- The USFWS would continue to evaluate reported sightings of grizzly bears in the BE to determine their presence. The USFWS would also coordinate a monitoring program within the recovery zone to determine the status of recolonization.

- The national forests within the recovery zone would continue to manage habitat to meet or exceed their existing Forest Plan standards for big game habitat management. ESA Section 7 would apply upon implementation of this alternative and all federal actions within the recovery zone would be subject to Section 7 consultation with the USFWS.

- The USFWS would coordinate research to further study adequacy of land-use restrictions to protect suitable grizzly bear habitat within the Bitterroot recovery zone and within potential linkage zones to other occupied recovery zones. The USFWS would also evaluate adjacent wilderness areas for their suitability as additions to the recovery zone (to include the portion of the Frank Church-River of No Return Wilderness south of the Salmon River).

- The USFWS, in cooperation with IDFG and MDFWP would apply the IGBC nuisance grizzly bear management guidelines (IGBC 1986) to grizzly bears in conflict with humans or domestic animals.

- Land-use restrictions could be implemented when necessary if illegal killing threatens grizzly bear recovery.

Expected actions and effects of Alternative 2.-- See Tables S-2 and S-3 for a comparison of the expected actions and effects of this alternative. The tentative recovery goal of this alternative is approximately 280 grizzly bears (USFWS 1996). Optimistically, it could take at least 50 years for reproducing populations of bears from the Cabinet-Yaak Ecosystem (80 miles distance) to reach the BE. If this occurred, it would conservatively take an additional 50-110+ years to population recovery. Thus, estimated time to recover grizzly bears in the BE under this alternative is at least 100-160 years. Since this alternative relies on natural recolonization to recover grizzly bears in the BE, there would be no cost associated with reintroduction of bears. Costs for ongoing monitoring and management activities would be approximately $140,000 per year. There could be additional costs associated with proposed research projects.

A brief summary of effects: If population recovery occurred, a recovered grizzly bear population would kill about 2 cattle (1-3) and 3 sheep (0-6) and up to 504 ungulates per year. This would not measurably impact ungulate populations or hunter harvest. Nuisance bear incidents could be up to 59 (0-118) per year. Ongoing land-use activities (including timber harvest, minerals extraction, and public access and recreation) could be altered solely for grizzly bears if proposed research determines that current habitat management is not adequate to maintain suitable grizzly bear habitat, or that linkage zone restrictions are necessary to promote grizzly bear recolonization. It is estimated that reductions in timber harvest on affected currently roaded national forest lands would be between 6.6 and 39.7 million board feet per year over the next decade. Mineral extraction could be altered due to grizzly bear concerns in and by themselves. Changes to hunting seasons could occur due to conflicts. Risk to human health and safety from a recovered grizzly bear population would be less than 1 injury per year and less than 1 human mortality every few decades. Economic analyses indicate that there is no net economic benefit from this alternative because it is essentially a continuation of the status quo for the foreseeable future. Total costs would be $140,000 for implementation, and the potential net loss of 44-264 jobs from reduced timber harvest.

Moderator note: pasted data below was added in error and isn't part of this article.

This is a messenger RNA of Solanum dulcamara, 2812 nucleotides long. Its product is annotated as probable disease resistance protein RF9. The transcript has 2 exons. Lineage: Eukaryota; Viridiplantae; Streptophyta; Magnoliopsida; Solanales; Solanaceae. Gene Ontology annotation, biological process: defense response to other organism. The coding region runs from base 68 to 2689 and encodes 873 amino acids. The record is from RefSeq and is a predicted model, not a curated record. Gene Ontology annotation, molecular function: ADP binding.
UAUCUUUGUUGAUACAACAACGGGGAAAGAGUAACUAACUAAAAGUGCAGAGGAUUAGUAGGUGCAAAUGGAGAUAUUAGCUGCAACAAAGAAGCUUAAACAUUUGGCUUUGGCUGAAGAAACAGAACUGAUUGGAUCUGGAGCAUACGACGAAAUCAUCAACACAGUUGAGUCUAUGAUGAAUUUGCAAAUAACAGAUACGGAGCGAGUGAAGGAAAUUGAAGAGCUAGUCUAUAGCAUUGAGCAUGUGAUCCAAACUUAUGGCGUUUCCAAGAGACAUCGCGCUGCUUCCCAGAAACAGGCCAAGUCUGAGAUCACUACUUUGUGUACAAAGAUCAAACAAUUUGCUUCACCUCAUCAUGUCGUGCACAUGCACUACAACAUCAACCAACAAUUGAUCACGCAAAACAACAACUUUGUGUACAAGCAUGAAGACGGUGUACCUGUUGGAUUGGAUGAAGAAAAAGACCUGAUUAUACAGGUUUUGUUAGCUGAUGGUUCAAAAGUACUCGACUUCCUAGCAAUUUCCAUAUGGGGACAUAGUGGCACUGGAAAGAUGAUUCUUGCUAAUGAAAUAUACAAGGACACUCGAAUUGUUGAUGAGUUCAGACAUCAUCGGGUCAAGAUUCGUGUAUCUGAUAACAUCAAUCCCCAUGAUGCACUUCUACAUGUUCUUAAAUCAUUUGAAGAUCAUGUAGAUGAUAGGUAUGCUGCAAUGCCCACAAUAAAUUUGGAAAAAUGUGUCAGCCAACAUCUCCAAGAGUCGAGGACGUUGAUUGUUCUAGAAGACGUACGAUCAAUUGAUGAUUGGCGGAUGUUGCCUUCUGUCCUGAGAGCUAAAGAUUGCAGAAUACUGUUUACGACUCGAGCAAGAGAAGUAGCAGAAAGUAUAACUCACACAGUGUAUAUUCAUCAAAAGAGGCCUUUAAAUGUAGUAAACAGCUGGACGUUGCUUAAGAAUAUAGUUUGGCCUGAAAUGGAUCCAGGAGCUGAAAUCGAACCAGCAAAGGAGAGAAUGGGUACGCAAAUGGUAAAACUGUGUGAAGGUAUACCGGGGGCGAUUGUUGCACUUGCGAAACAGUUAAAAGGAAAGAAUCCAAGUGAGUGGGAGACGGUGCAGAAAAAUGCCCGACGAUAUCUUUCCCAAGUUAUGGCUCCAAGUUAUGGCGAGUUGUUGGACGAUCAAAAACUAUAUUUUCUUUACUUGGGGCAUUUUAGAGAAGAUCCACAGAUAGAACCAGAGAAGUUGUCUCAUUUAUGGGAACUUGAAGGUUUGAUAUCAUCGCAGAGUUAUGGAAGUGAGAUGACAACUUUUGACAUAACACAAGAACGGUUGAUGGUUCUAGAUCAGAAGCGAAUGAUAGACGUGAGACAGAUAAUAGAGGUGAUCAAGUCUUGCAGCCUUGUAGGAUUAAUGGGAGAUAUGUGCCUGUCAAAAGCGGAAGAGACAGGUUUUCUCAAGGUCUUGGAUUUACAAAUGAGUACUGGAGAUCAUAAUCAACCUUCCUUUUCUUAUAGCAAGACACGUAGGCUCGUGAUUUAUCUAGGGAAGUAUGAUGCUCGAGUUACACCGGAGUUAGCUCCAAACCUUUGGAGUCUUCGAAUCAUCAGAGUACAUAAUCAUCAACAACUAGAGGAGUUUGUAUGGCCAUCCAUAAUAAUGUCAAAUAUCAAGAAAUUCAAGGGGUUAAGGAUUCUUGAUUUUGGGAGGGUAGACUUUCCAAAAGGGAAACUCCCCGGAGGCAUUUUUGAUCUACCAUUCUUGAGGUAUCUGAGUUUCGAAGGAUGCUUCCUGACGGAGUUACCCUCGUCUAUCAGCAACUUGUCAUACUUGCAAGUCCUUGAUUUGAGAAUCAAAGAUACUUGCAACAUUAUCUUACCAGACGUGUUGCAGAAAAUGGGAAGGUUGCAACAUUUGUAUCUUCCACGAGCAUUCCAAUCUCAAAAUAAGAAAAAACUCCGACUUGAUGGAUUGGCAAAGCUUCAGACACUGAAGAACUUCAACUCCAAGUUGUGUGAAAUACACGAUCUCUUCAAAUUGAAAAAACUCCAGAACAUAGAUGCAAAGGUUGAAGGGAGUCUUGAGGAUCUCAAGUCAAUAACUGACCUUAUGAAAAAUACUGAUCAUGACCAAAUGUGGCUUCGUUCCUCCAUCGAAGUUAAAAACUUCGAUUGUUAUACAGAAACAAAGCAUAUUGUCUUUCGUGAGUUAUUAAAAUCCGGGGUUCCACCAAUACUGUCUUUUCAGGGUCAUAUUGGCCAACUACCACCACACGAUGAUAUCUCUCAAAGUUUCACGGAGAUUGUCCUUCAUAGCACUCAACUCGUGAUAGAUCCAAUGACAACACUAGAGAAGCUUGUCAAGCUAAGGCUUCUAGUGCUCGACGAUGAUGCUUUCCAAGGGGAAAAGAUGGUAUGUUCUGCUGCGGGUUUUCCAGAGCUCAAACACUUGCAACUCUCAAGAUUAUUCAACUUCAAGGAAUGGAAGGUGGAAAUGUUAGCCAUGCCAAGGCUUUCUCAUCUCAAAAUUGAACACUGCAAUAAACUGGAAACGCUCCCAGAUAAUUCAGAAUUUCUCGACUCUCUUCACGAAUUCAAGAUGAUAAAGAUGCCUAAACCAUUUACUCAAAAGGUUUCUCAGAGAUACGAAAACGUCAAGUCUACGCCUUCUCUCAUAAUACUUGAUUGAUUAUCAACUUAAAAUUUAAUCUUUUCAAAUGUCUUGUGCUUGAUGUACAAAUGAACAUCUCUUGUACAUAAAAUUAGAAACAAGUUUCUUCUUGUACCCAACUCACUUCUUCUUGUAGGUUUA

Alternative 3. The No Grizzly Bear Alternative:

Summary.-- The purpose of this alternative is to prevent grizzly bears from naturally re-establishing in Bitterroot Ecosystem. Changes to the ESA proposed under this alternative would require intensive lobbying, changes in public attitudes, and years to implement. Actions of this magnitude would cost millions of dollars. Congress would need to pass legislation to remove grizzly bears in central Idaho and portions of western Montana from the list of threatened species. The USFWS would stop all funding and management activity toward bear research, education, and management in central Idaho. Furthermore, the states of Idaho and Montana would remove grizzly bears from the protection of state law within the BE (central Idaho and west-central Montana). Unregulated killing by the public and extirpation or removal by agencies would likely prevent any possible grizzly bear recovery in this area.

Implementation of Alternative 3 would involve:

- Federal legislation would be passed to remove grizzly bears from the list of threatened species in the BE.

- State legislation would be passed to remove grizzly bears from protection of Idaho and Montana state law in the BE.

- Agencies and the public would be allowed to kill grizzly bears at any time without restriction. This would prevent any natural recovery of bears.